Robin Williams approached Chicago roots with humor

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As Robin Williams’ widow Susan has requested, I’m going to honor the late, incredibly-gifted comedian and actor by remembering Robin for his amazing life and career — and not by the way he died.

Born at Presbyterian-St. Luke’s Hospital (now Rush Medical Center) in Chicago in 1951, Williams’ early years were spent in Lake Bluff and Lake Forest, where he attended Deerpath Junior High. Williams then moved on to the Detroit suburbs, where his father was a senior executive at the Ford Motor Company — and then later San Francisco, where he graduated from high school

Over the years, in interviews for various films he made, Williams occasionally would elude to his Chicago roots, usually — as he did in our chat about “Bicentennial Man” in 1999 — by slipping effortlessly into an authentic “Chicawgah” accent.

Without missing a beat, the actor went into something of a little skit — making rapid-fire references to all things Chicago, including deep dish pizza, Second City, Marshall Field’s, Michigan Avenue and the Water Tower, “as opposed to that temple to shopping that most people think of today when they hear of the Water Tower in Chicago,” said Williams with a wink.

Then, without barely taking a breath, he would assume the persona of a snobby, North Shore resident, tweaking “old money” folks and dropping names like “Mummy” and “Muffy” and “Binky” in his satirical riff.

During my interview with him for “Mrs. Doubtfire,” Williams admitted that he reached back to those “old W.A.S.P.’s [White Anglo-Saxon-Protestants] on the North Shore,” to help him find something of the accent he developed for his “Mrs. Doubtfire” character — “laced heavily with that of an Irish or Scottish nanny I once knew.”

An early interviewing lesson I learned from talking to Williams was quite simple: Just get the hell out of the way! The actor’s brilliance was like a beacon that would explode out of his very being. You just had to ask one question and Robin would take it and run for the hills.

Within mere moments, Williams could touch on a litany of subjects that would be all over the map — but in typical Williams-esque fashion, it all would both make a bizarre sort of sense, plus would leave you shaking with laughter.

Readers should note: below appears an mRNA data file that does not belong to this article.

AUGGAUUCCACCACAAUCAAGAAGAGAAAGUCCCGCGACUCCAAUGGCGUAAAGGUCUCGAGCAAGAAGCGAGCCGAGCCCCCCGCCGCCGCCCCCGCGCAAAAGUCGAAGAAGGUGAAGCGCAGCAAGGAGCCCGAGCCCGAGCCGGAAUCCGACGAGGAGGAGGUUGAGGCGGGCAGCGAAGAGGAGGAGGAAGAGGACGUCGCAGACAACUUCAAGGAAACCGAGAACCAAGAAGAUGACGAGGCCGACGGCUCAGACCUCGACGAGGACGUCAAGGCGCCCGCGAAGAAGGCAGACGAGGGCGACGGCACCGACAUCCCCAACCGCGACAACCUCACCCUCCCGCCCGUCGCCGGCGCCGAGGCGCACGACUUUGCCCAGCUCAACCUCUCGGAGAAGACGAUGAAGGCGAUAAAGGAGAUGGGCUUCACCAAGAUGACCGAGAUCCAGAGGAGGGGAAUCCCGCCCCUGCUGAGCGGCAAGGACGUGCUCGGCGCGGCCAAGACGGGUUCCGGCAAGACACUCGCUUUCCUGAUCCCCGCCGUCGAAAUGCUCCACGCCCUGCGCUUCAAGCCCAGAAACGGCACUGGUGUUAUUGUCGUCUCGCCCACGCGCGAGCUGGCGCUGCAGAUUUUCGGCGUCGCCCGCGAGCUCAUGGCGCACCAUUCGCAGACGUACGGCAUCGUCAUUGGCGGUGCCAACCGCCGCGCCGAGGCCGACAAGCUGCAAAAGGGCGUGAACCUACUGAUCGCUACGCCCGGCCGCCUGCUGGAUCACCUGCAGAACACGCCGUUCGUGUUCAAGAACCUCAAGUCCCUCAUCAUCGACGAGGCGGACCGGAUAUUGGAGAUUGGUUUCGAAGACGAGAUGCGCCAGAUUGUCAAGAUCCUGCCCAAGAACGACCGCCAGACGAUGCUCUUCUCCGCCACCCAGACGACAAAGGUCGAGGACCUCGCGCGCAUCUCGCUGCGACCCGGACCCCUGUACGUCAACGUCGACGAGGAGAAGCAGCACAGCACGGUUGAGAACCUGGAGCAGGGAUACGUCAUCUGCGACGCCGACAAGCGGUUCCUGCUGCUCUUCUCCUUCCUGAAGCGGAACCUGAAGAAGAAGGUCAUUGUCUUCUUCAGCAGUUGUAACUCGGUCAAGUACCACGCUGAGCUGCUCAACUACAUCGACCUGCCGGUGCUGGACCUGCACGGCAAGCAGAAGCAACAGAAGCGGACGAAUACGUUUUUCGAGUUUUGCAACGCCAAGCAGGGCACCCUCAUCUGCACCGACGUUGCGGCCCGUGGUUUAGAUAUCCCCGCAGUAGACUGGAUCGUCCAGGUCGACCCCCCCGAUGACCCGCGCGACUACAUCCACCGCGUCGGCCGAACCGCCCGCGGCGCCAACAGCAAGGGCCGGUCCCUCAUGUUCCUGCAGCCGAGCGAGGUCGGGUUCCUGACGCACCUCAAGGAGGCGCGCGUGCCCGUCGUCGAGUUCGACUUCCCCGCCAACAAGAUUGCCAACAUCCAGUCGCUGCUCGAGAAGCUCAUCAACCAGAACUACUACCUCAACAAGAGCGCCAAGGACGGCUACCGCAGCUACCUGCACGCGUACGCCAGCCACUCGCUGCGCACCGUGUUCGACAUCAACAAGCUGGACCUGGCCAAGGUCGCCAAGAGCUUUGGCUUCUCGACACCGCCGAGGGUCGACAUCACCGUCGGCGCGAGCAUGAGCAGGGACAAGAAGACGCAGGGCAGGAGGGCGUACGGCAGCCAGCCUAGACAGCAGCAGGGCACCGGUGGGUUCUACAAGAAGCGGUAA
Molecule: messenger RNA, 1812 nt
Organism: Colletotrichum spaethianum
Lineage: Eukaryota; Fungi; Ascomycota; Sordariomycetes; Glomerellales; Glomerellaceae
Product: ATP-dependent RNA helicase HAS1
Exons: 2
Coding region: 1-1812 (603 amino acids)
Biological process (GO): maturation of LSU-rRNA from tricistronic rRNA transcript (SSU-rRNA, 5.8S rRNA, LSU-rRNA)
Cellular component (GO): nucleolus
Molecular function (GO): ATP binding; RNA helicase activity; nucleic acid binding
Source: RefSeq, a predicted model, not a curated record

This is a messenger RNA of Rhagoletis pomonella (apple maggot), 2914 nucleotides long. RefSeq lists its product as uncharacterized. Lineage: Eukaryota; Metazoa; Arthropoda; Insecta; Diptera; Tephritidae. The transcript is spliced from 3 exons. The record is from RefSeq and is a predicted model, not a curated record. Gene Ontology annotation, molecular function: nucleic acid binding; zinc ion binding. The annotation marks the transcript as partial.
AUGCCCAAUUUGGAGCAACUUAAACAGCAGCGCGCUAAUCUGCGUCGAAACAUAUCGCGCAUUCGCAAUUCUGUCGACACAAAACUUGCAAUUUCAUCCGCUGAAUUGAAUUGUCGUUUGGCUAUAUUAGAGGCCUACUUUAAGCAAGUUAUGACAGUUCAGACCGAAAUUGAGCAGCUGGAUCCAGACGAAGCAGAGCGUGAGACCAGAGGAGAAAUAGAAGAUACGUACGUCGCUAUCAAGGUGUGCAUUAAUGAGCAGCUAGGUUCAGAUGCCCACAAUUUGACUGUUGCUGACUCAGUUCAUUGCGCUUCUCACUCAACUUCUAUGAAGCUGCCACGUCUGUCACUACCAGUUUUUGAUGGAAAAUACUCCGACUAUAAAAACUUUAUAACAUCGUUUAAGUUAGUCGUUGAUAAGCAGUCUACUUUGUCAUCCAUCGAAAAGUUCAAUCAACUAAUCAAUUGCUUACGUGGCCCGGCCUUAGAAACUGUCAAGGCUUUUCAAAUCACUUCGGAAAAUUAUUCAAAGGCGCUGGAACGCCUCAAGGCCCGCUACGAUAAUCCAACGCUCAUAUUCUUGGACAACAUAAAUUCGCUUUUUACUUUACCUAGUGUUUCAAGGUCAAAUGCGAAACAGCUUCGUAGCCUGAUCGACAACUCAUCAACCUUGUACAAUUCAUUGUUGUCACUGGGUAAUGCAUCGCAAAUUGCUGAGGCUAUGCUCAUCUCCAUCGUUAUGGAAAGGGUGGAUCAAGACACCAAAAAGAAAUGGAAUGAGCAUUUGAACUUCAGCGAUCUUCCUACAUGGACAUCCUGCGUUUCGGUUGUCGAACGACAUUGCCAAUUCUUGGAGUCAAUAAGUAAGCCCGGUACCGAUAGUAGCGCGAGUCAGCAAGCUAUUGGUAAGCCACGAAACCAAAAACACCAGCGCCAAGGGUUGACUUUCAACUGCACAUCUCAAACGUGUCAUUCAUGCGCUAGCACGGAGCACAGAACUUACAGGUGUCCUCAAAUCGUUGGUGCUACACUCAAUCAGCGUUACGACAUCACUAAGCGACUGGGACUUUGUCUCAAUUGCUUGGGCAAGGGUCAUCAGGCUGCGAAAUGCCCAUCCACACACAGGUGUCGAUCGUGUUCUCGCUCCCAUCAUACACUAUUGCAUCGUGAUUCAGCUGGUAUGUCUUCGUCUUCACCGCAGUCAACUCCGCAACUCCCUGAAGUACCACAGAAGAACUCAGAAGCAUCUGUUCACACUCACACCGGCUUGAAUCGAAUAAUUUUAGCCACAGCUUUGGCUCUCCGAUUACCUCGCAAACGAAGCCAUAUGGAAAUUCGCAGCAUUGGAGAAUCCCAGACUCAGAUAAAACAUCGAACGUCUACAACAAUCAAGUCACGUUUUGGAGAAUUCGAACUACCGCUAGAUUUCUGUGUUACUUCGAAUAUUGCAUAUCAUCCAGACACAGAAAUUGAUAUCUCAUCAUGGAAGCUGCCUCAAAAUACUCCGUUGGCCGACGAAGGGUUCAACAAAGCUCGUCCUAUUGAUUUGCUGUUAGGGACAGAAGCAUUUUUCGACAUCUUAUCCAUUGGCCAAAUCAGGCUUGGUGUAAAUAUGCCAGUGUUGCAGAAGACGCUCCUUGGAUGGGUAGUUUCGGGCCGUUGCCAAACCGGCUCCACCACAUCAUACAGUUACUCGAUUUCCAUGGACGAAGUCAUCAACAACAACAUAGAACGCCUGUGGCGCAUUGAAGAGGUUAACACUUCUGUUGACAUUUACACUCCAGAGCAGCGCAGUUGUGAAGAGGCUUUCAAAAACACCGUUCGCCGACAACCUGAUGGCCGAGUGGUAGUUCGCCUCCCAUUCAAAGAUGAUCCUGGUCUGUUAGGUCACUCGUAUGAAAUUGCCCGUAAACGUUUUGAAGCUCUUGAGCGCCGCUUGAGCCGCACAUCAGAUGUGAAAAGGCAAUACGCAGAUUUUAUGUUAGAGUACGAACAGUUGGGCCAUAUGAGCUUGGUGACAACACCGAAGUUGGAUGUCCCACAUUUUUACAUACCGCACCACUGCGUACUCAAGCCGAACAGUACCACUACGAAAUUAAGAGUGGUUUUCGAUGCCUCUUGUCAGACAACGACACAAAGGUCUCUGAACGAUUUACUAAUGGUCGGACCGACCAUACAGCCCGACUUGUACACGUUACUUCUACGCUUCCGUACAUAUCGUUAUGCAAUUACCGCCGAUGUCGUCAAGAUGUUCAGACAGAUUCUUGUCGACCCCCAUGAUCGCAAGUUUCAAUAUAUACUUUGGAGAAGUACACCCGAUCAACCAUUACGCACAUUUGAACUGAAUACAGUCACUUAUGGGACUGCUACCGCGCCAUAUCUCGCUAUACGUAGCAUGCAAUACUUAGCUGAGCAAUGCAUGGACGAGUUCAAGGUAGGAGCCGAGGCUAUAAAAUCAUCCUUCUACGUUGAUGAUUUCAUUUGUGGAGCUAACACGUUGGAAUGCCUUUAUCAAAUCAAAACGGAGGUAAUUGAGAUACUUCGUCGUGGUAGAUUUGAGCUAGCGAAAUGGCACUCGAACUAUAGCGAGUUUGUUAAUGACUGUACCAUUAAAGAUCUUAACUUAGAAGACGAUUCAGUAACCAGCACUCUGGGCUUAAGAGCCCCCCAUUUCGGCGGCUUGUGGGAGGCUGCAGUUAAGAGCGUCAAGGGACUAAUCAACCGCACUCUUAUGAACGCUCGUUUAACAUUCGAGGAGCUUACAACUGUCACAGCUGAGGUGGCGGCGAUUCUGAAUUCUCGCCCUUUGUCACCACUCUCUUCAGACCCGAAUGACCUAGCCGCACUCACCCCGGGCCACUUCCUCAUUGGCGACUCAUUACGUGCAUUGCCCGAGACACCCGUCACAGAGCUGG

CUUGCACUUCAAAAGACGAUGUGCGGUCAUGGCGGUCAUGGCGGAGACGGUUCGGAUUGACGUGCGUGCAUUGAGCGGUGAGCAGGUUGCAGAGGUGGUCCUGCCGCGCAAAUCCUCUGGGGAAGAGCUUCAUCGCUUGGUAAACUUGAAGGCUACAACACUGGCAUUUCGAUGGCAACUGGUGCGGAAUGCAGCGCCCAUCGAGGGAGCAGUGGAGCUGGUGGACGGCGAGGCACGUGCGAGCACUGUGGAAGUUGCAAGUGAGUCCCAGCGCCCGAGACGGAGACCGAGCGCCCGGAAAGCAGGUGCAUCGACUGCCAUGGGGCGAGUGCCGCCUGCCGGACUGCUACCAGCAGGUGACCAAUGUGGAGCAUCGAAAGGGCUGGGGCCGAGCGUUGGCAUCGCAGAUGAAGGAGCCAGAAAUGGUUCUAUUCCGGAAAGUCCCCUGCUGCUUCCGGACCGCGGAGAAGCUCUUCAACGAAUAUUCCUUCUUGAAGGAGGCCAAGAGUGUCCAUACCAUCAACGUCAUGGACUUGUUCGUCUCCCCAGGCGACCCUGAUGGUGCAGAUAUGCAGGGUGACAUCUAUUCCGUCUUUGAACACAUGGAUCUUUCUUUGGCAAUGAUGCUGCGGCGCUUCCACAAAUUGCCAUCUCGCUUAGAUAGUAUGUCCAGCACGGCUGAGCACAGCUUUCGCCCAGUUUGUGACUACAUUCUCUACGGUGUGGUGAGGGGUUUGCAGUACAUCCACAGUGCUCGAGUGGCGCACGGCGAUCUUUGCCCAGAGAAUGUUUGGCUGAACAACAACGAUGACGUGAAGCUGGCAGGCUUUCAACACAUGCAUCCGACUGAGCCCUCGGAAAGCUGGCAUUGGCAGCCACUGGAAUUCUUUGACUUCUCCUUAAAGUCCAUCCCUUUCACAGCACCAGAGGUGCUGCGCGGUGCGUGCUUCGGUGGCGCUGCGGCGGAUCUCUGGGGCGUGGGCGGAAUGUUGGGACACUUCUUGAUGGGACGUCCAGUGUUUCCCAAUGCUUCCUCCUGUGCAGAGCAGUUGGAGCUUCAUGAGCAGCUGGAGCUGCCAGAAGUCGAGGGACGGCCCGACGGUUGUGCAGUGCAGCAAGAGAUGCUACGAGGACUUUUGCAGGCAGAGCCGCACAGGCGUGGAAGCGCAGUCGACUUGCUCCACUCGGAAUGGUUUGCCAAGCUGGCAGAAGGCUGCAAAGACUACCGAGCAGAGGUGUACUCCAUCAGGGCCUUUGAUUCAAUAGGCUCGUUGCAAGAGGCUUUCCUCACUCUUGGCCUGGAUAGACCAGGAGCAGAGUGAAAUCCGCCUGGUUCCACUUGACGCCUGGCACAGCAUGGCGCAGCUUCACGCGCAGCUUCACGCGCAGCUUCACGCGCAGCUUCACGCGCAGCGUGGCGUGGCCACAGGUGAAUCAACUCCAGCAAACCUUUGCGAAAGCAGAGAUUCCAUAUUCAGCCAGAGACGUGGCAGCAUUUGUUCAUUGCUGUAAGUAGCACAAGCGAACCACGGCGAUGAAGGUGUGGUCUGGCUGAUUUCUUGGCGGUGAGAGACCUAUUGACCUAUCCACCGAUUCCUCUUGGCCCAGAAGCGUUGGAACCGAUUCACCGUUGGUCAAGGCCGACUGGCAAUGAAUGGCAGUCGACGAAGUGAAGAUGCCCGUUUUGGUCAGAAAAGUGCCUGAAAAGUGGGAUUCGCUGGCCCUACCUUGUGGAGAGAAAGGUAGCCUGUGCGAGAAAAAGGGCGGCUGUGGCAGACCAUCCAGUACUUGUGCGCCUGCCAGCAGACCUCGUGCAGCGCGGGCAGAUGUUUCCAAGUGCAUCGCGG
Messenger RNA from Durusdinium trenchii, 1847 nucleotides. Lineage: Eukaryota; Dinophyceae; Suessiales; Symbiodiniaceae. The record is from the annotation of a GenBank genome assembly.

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The only time I recall Robin Williams doing an interview with me where he was totally serious was during a conversation about “One Hour Photo,” that dark and disturbing film in which he played a strangely-obsessed man who worked making copies of people’s photographs. It was then that Williams explained how he understood that character due to his own struggles with depression.

Sadly, that was in 2002 — more than a decade ago. Tragic that in the ensuing years, Robin could not successfully find a way to overcome his demons.

†Of course, we cannot ever forget the genius of Robin Williams’ humor. In chatting with Sun-Times TV critic Lori Rackl last summer (promoting his CBS sitcom “The Crazy Ones,” which only lasted one season), Williams quipped, “My mother’s idea of natural childbirth was going without makeup.”

Speaking of “The Crazy Ones,” Williams told Rackl about coming back to Chicago for a tour of the Leo Burnett advertising agency, where the firm’s executive creative director John Montgomery came up with the idea for the series. On the show, Williams and Sarah Michelle Gellar as a father-and-daughter executives working at a fictional Chicago ad agency.

As for his character, Williams described him this way: “Things that have happened in my life, in real life, like rehab, divorce, and all that stuff, they’ve kind of built into the character of this character. He’s had a kind of an interesting life, to say the least, you know, just like myself. I went to rehab in wine country just to keep my options open.”

Along with being impressed by the many Clio awards [the ad world’s Oscars] on display at Leo Burnett, Williams also joked about the time he spent meeting the lower echelon of Burnett staff members. “As you get down to the lower levels, there’s more of the social networking side,” Williams told Rackl. “It’s a totally different energy. They’re like, ‘Oh, you have a Blackberry, how sad for you.’

“I’m like, ‘Sorry, It’s old school.’”

Robin Williams may have considered himself “old school,” but to his enormous legion of fans that giant of the entertainment world will always be as current and contemporary as anyone.

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